The new 750-seat Good Time Theater has family-oriented bluegrass concerts most Saturday nights in season. Three go-kart tracks are open to kids of all ages, from five to “100 years or so.” If you’d rather watch, come for the Grand Prix. In July, this professional go-kart race attracts over 100 drivers who race at speeds reaching 95 miles per hour on their streets. The big event, however, is in August. Thousands of visitors come to see over 600 cars displayed in the Street Legends Car Show. RV sites for this event are booked by January. September brings the Grillin’ and Chillin’ BBQ Cook-off, Kentucky’s only state sanctioned Barbecue Championship, with teams from several states competing for over $10,000 in prize money. Reservations are recommended.
Barbecue Capital of the World
Owensboro is well known for its barbecue. On the second weekend in May, it hosts the International Barbecue Festival. Local charitable organizations raise funds to support their causes. Competition is fierce among Catholic churches to claim titles for Best Overall, Mutton, Chicken and Burgoo. For the uninitiated, burgoo, a Kentucky favorite, is a tasty stew made with mutton, chicken and vegetables. Barbecue fans are a loyal bunch. For the seventh year, Noel Keith drove almost two hundred miles and arrived three hours early to secure his place with a lawn chair at the front of St. Mary Magdalene’s line. In addition to plenty of good food, there is entertainment on three stages, carnival rides and a car show.
If you love barbecue but can’t make it to the festival, never fear. Stop by the Visitors Center to get the Daviess County Barbecue Schedule. Most Saturdays from May to September, one of the Catholic Churches will be hosting a barbecue picnic. If that doesn’t work, you can always go to the Moonlite Bar-B-Q Inn. You’ll recognize it by the mouth-watering aromas and the huge black kettle that sits out front proclaiming Owensboro to be the Bar-B-Q Capital of the World. Once inside, you may recognize a few famous faces in photographs of previous customers, including former President Bill Clinton and Pope John Paul II.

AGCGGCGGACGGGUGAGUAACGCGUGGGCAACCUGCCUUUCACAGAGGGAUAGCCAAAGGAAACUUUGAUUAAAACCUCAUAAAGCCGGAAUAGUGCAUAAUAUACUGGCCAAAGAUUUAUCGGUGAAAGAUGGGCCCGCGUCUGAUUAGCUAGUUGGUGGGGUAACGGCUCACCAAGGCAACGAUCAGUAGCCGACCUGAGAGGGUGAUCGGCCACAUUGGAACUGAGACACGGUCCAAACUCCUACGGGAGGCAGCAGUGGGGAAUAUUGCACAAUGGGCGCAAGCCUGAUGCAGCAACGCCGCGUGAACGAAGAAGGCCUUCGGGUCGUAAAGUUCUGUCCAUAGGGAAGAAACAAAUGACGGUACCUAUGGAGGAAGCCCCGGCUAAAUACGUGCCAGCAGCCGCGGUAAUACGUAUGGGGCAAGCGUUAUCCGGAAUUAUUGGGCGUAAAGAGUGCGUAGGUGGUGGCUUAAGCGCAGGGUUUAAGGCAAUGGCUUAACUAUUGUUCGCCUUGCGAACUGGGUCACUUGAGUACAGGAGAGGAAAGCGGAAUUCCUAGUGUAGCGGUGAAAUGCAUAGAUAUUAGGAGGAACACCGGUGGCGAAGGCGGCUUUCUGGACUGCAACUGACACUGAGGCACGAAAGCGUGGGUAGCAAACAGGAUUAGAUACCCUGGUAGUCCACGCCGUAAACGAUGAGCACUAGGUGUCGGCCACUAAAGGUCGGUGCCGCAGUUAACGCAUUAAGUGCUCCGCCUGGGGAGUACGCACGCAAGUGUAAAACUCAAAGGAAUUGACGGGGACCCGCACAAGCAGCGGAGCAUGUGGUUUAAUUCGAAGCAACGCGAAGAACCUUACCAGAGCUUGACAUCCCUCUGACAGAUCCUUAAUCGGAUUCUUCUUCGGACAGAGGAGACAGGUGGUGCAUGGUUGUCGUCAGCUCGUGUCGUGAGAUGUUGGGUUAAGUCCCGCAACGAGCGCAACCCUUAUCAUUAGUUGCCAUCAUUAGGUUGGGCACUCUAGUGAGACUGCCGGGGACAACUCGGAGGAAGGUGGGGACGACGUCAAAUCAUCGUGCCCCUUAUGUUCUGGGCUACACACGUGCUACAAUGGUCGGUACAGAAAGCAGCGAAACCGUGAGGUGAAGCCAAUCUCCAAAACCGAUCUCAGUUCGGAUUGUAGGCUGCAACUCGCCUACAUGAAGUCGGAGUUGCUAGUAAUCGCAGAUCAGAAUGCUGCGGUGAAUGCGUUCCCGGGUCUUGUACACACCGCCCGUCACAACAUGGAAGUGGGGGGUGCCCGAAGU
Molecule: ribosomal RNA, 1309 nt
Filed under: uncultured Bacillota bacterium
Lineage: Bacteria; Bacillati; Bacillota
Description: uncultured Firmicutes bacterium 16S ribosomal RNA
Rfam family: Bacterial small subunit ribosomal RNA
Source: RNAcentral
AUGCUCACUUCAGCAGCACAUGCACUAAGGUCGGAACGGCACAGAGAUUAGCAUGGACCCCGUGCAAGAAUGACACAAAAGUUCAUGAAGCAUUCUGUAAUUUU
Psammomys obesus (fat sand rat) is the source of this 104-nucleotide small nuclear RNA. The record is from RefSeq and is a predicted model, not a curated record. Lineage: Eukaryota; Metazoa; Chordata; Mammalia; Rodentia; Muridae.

State Music of Kentucky: Bluegrass
Bluegrass is the official state music of Kentucky, and Owensboro has the official museum to honor it. The International Bluegrass Music Museum pays tribute to Bill Monroe, also known as “The Father of Bluegrass.” The Bill Monroe Centennial Art Exhibit, which will be displayed until September 15, 2012, is the result of an invitation to visual artists to share their interpretations of a Monroe song. Permanent exhibits include the Bluegrass Hall of Fame, the Timeline of Bluegrass Music, and a variety of musical instruments.
In nearby Henderson, John James Audubon State Park is a must-see for bird watchers. The Museum houses the world’s largest collection of Audubon artifacts, including the magnificent double-elephant folio (27 by 40 inches) of the Birds of North America. The Nature Center includes a wildlife Observation Room; Discovery Center with hands-on exhibits; and Learning Center where naturalists conduct environmental programs. In the spring, over 20 species of warblers can be spotted from the Observation Room or while hiking the 6.5 miles of trails. There is also a 9-hole golf course and a campground with water and electric hook-ups.
Western Kentucky is beautiful, lush and green. Its people, proud, resilient and creative, make it even more attractive.
Congratulations, Kentucky. This Coloradan tips her hat to you.